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Saturday
Feb092019

Favorite Airports

By Eric McCarthy

I’ve still got a lot of this country to explore, but now that I’ve had a chance to fly on both coasts I thought I’d talk about a couple of my favorite airports – so far! In some cases it’s location, location, location – in other words, just where the airport places you, what’s nearby. In others, it’s the airport itself – the atmosphere, if you will. This may turn into an ongoing thing, and I’d love to hear suggestions from you – I don’t know if I’ll get a chance to visit your favorites, but it’s nice to have a list of recommendations.

Since I spent most of my flying life there, let’s start on the East coast.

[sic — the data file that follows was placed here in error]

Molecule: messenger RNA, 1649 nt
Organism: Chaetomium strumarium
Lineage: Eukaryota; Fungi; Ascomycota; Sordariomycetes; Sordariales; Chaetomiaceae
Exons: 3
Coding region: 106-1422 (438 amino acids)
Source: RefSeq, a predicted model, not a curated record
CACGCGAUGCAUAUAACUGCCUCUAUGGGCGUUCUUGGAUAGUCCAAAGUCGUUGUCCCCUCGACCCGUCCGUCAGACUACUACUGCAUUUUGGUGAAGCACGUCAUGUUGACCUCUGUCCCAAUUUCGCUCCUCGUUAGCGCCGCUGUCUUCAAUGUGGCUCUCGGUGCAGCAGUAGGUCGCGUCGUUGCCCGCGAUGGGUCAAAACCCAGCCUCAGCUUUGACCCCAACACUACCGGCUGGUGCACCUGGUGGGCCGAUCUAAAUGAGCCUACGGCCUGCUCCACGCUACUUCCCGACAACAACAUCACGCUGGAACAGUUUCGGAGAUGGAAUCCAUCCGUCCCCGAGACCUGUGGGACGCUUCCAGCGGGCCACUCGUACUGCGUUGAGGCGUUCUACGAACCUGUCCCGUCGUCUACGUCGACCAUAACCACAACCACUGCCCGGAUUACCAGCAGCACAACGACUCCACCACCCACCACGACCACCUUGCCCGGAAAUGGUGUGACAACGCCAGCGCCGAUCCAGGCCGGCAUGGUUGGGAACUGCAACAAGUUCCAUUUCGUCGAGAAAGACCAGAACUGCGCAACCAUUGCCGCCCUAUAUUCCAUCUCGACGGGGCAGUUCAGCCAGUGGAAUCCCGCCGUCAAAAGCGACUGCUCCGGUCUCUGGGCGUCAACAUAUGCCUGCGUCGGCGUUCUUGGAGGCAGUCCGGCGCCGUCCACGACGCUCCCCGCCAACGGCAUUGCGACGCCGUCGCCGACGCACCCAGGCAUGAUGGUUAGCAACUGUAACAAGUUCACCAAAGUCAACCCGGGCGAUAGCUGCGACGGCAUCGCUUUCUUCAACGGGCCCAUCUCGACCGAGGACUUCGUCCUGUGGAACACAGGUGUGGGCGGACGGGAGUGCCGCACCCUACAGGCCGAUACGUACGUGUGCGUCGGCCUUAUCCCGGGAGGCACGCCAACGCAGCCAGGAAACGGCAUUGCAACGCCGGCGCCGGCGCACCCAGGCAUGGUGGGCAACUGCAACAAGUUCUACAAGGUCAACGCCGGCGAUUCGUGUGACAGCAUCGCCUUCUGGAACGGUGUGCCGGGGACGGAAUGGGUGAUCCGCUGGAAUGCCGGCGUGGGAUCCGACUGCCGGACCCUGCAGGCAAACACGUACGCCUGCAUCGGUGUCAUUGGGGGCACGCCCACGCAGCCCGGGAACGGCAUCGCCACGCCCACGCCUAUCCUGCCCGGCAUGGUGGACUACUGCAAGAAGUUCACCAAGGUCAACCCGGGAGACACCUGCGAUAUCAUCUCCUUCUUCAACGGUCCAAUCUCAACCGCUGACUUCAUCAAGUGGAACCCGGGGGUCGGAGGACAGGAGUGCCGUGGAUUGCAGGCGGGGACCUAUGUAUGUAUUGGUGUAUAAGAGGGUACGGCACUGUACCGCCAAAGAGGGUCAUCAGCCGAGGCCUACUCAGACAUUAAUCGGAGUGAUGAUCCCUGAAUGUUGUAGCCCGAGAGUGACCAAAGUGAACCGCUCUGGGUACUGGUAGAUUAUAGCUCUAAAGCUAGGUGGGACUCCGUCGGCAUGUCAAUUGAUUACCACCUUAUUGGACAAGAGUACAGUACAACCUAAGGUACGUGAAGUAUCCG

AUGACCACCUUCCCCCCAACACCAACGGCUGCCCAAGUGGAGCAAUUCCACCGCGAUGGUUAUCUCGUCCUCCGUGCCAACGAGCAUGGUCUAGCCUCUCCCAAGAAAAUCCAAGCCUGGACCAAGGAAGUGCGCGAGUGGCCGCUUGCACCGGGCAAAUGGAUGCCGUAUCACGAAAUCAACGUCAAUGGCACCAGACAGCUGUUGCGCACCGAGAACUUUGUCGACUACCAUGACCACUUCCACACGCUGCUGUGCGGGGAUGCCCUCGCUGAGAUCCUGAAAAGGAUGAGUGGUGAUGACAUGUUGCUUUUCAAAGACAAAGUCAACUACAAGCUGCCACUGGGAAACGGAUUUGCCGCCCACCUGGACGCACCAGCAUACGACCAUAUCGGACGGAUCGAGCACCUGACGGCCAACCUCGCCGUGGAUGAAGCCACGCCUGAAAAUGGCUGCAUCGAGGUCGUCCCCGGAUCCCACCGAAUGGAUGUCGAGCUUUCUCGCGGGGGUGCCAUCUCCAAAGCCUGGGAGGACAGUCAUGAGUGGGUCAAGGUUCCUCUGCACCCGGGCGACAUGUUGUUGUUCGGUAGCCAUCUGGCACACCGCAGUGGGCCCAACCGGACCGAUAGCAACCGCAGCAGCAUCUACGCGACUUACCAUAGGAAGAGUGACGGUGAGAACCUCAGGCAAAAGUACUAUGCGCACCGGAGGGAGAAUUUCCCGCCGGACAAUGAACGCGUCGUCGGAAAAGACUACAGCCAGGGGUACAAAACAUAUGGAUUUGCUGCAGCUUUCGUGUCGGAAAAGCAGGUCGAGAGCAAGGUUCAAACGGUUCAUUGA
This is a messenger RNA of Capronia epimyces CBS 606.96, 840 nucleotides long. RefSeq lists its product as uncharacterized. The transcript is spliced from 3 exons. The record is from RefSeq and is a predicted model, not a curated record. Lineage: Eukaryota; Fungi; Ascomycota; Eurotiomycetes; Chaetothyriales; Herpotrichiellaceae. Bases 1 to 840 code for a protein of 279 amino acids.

To learn more about the mission of the Katama Airfield Trust and to support the preservation of the airfield, please go to the Katama Airflield Trust website: www.katamaairfieldtrust.org. (Photo courtesy Katama Airfiled Trust)First up: Katama Airpark (1B2)– I know I’ve mentioned this one before but it’s really one of my all-time favorites! Katama Airpark on Martha’s Vineyard scores on both points – a great little airport and a fantastic destination. Just a short hop from almost anywhere in southern New England, the airport is located in the southeast corner of the island, just south of the picturesque town of Edgartown. Its offers three well-maintained, grass runways, although in all the times I flew there I only landed on other-than runway 21 once. Runway 21/3 is a 3,700-feet turf runway always maintained in excellent condition. The approach to 21 brings you right over Edgartown Harbor and all the beautiful homes and yachts that line Edgartown Harbor and Katama Bay. There’s usually some interesting planes parked there, and they’ve got a nice restaurant at the airport that often requires a wait to get in, but the real attraction is what’s nearby: the beach! Upon landing and paying your tiedown fee, you can taxi to a parking area literally across the street from one of the best beaches on the island. And when you’ve had enough surf, sand and sun, walk back to the road and a trolley will take you to Edgartown for shopping and restaurants. It’s been a few years since I’ve been able to get to Katama, but it’ll be high on my list when I get back to the Boston area. I can’t think of a better way to spend a summer day!